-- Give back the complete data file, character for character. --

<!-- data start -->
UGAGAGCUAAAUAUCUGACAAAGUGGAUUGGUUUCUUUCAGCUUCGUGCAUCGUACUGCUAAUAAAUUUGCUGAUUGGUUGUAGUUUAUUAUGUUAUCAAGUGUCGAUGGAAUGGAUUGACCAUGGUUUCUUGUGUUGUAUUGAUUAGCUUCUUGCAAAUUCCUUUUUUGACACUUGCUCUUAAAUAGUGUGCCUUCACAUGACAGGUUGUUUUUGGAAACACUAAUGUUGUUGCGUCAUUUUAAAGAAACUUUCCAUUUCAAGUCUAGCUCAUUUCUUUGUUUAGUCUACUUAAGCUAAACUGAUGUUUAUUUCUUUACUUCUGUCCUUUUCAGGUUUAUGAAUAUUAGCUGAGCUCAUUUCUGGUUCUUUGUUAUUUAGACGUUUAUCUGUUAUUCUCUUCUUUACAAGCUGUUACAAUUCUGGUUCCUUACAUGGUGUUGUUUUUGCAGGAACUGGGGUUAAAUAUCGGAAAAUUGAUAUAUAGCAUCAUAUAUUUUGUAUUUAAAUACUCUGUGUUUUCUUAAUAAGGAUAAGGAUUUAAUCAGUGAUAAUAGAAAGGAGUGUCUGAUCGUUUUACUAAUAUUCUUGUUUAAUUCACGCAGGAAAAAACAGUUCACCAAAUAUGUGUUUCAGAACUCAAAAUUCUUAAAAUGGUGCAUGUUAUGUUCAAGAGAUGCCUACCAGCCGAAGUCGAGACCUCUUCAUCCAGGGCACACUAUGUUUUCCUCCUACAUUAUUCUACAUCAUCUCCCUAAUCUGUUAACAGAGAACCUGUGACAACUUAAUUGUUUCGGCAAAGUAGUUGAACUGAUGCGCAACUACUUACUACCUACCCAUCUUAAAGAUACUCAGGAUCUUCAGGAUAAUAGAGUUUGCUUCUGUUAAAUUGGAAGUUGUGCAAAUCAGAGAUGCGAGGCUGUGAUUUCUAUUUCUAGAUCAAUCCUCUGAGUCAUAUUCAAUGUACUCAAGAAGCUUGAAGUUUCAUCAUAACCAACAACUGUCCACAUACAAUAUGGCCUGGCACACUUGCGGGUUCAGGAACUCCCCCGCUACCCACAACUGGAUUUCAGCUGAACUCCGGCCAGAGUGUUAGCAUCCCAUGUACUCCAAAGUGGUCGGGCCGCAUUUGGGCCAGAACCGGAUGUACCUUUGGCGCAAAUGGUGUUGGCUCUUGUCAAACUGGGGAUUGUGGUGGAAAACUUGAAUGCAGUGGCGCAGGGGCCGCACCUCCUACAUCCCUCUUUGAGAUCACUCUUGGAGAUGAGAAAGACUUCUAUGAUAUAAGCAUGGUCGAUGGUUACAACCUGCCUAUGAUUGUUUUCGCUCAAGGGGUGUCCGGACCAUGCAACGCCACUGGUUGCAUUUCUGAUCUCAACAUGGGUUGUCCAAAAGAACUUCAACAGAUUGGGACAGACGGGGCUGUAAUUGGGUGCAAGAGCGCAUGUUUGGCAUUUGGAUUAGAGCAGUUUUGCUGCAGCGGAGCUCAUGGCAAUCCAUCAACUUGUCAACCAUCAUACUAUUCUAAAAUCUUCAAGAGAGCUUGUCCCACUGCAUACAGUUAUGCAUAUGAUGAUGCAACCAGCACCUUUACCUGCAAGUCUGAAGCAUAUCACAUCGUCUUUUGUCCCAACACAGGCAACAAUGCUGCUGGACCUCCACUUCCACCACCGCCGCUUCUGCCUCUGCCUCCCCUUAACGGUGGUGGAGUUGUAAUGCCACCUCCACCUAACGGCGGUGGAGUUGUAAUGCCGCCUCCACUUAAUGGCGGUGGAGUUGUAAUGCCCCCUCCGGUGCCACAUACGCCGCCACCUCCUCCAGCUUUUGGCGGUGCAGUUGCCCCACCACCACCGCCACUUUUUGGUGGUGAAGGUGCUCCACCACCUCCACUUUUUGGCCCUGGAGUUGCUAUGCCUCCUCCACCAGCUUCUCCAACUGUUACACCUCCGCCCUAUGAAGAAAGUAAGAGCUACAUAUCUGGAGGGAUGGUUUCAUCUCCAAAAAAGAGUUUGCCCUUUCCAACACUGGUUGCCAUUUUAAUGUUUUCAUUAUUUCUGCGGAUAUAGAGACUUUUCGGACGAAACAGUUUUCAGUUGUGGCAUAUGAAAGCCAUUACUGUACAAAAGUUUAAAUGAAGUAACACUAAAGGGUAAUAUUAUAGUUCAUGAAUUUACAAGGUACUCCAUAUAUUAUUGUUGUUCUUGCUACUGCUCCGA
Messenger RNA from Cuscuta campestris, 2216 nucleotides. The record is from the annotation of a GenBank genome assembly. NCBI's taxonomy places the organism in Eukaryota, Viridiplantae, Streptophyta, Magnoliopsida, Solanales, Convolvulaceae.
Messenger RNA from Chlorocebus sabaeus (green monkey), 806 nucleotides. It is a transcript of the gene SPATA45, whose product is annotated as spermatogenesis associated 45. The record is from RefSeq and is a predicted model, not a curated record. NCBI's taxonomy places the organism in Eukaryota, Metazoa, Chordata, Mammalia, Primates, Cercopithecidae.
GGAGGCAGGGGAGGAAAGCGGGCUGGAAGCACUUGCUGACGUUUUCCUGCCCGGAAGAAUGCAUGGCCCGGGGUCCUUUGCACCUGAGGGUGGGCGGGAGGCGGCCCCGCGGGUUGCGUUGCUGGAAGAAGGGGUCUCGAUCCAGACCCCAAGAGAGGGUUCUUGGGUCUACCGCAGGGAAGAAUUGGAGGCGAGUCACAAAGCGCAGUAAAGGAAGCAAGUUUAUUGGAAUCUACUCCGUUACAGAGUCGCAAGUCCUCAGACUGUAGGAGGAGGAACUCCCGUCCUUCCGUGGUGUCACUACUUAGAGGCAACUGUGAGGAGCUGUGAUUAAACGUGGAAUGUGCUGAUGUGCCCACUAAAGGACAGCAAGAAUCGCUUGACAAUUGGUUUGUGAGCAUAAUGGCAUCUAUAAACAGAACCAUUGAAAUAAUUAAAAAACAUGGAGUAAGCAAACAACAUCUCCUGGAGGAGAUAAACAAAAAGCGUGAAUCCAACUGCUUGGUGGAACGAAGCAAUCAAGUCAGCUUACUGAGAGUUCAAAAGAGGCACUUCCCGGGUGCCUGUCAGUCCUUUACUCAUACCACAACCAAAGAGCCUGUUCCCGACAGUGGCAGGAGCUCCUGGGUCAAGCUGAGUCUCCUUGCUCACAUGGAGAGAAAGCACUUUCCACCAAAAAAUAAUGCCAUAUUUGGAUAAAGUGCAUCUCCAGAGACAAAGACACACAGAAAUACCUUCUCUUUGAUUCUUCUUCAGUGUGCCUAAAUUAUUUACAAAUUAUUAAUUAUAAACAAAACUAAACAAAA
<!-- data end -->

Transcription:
UGAGAGCUAAAUAUCUGACAAAGUGGAUUGGUUUCUUUCAGCUUCGUGCAUCGUACUGCUAAUAAAUUUGCUGAUUGGUUGUAGUUUAUUAUGUUAUCAAGUGUCGAUGGAAUGGAUUGACCAUGGUUUCUUGUGUUGUAUUGAUUAGCUUCUUGCAAAUUCCUUUUUUGACACUUGCUCUUAAAUAGUGUGCCUUCACAUGACAGGUUGUUUUUGGAAACACUAAUGUUGUUGCGUCAUUUUAAAGAAACUUUCCAUUUCAAGUCUAGCUCAUUUCUUUGUUUAGUCUACUUAAGCUAAACUGAUGUUUAUUUCUUUACUUCUGUCCUUUUCAGGUUUAUGAAUAUUAGCUGAGCUCAUUUCUGGUUCUUUGUUAUUUAGACGUUUAUCUGUUAUUCUCUUCUUUACAAGCUGUUACAAUUCUGGUUCCUUACAUGGUGUUGUUUUUGCAGGAACUGGGGUUAAAUAUCGGAAAAUUGAUAUAUAGCAUCAUAUAUUUUGUAUUUAAAUACUCUGUGUUUUCUUAAUAAGGAUAAGGAUUUAAUCAGUGAUAAUAGAAAGGAGUGUCUGAUCGUUUUACUAAUAUUCUUGUUUAAUUCACGCAGGAAAAAACAGUUCACCAAAUAUGUGUUUCAGAACUCAAAAUUCUUAAAAUGGUGCAUGUUAUGUUCAAGAGAUGCCUACCAGCCGAAGUCGAGACCUCUUCAUCCAGGGCACACUAUGUUUUCCUCCUACAUUAUUCUACAUCAUCUCCCUAAUCUGUUAACAGAGAACCUGUGACAACUUAAUUGUUUCGGCAAAGUAGUUGAACUGAUGCGCAACUACUUACUACCUACCCAUCUUAAAGAUACUCAGGAUCUUCAGGAUAAUAGAGUUUGCUUCUGUUAAAUUGGAAGUUGUGCAAAUCAGAGAUGCGAGGCUGUGAUUUCUAUUUCUAGAUCAAUCCUCUGAGUCAUAUUCAAUGUACUCAAGAAGCUUGAAGUUUCAUCAUAACCAACAACUGUCCACAUACAAUAUGGCCUGGCACACUUGCGGGUUCAGGAACUCCCCCGCUACCCACAACUGGAUUUCAGCUGAACUCCGGCCAGAGUGUUAGCAUCCCAUGUACUCCAAAGUGGUCGGGCCGCAUUUGGGCCAGAACCGGAUGUACCUUUGGCGCAAAUGGUGUUGGCUCUUGUCAAACUGGGGAUUGUGGUGGAAAACUUGAAUGCAGUGGCGCAGGGGCCGCACCUCCUACAUCCCUCUUUGAGAUCACUCUUGGAGAUGAGAAAGACUUCUAUGAUAUAAGCAUGGUCGAUGGUUACAACCUGCCUAUGAUUGUUUUCGCUCAAGGGGUGUCCGGACCAUGCAACGCCACUGGUUGCAUUUCUGAUCUCAACAUGGGUUGUCCAAAAGAACUUCAACAGAUUGGGACAGACGGGGCUGUAAUUGGGUGCAAGAGCGCAUGUUUGGCAUUUGGAUUAGAGCAGUUUUGCUGCAGCGGAGCUCAUGGCAAUCCAUCAACUUGUCAACCAUCAUACUAUUCUAAAAUCUUCAAGAGAGCUUGUCCCACUGCAUACAGUUAUGCAUAUGAUGAUGCAACCAGCACCUUUACCUGCAAGUCUGAAGCAUAUCACAUCGUCUUUUGUCCCAACACAGGCAACAAUGCUGCUGGACCUCCACUUCCACCACCGCCGCUUCUGCCUCUGCCUCCCCUUAACGGUGGUGGAGUUGUAAUGCCACCUCCACCUAACGGCGGUGGAGUUGUAAUGCCGCCUCCACUUAAUGGCGGUGGAGUUGUAAUGCCCCCUCCGGUGCCACAUACGCCGCCACCUCCUCCAGCUUUUGGCGGUGCAGUUGCCCCACCACCACCGCCACUUUUUGGUGGUGAAGGUGCUCCACCACCUCCACUUUUUGGCCCUGGAGUUGCUAUGCCUCCUCCACCAGCUUCUCCAACUGUUACACCUCCGCCCUAUGAAGAAAGUAAGAGCUACAUAUCUGGAGGGAUGGUUUCAUCUCCAAAAAAGAGUUUGCCCUUUCCAACACUGGUUGCCAUUUUAAUGUUUUCAUUAUUUCUGCGGAUAUAGAGACUUUUCGGACGAAACAGUUUUCAGUUGUGGCAUAUGAAAGCCAUUACUGUACAAAAGUUUAAAUGAAGUAACACUAAAGGGUAAUAUUAUAGUUCAUGAAUUUACAAGGUACUCCAUAUAUUAUUGUUGUUCUUGCUACUGCUCCGA
Messenger RNA from Cuscuta campestris, 2216 nucleotides. The record is from the annotation of a GenBank genome assembly. NCBI's taxonomy places the organism in Eukaryota, Viridiplantae, Streptophyta, Magnoliopsida, Solanales, Convolvulaceae.
Messenger RNA from Chlorocebus sabaeus (green monkey), 806 nucleotides. It is a transcript of the gene SPATA45, whose product is annotated as spermatogenesis associated 45. The record is from RefSeq and is a predicted model, not a curated record. NCBI's taxonomy places the organism in Eukaryota, Metazoa, Chordata, Mammalia, Primates, Cercopithecidae.
GGAGGCAGGGGAGGAAAGCGGGCUGGAAGCACUUGCUGACGUUUUCCUGCCCGGAAGAAUGCAUGGCCCGGGGUCCUUUGCACCUGAGGGUGGGCGGGAGGCGGCCCCGCGGGUUGCGUUGCUGGAAGAAGGGGUCUCGAUCCAGACCCCAAGAGAGGGUUCUUGGGUCUACCGCAGGGAAGAAUUGGAGGCGAGUCACAAAGCGCAGUAAAGGAAGCAAGUUUAUUGGAAUCUACUCCGUUACAGAGUCGCAAGUCCUCAGACUGUAGGAGGAGGAACUCCCGUCCUUCCGUGGUGUCACUACUUAGAGGCAACUGUGAGGAGCUGUGAUUAAACGUGGAAUGUGCUGAUGUGCCCACUAAAGGACAGCAAGAAUCGCUUGACAAUUGGUUUGUGAGCAUAAUGGCAUCUAUAAACAGAACCAUUGAAAUAAUUAAAAAACAUGGAGUAAGCAAACAACAUCUCCUGGAGGAGAUAAACAAAAAGCGUGAAUCCAACUGCUUGGUGGAACGAAGCAAUCAAGUCAGCUUACUGAGAGUUCAAAAGAGGCACUUCCCGGGUGCCUGUCAGUCCUUUACUCAUACCACAACCAAAGAGCCUGUUCCCGACAGUGGCAGGAGCUCCUGGGUCAAGCUGAGUCUCCUUGCUCACAUGGAGAGAAAGCACUUUCCACCAAAAAAUAAUGCCAUAUUUGGAUAAAGUGCAUCUCCAGAGACAAAGACACACAGAAAUACCUUCUCUUUGAUUCUUCUUCAGUGUGCCUAAAUUAUUUACAAAUUAUUAAUUAUAAACAAAACUAAACAAAA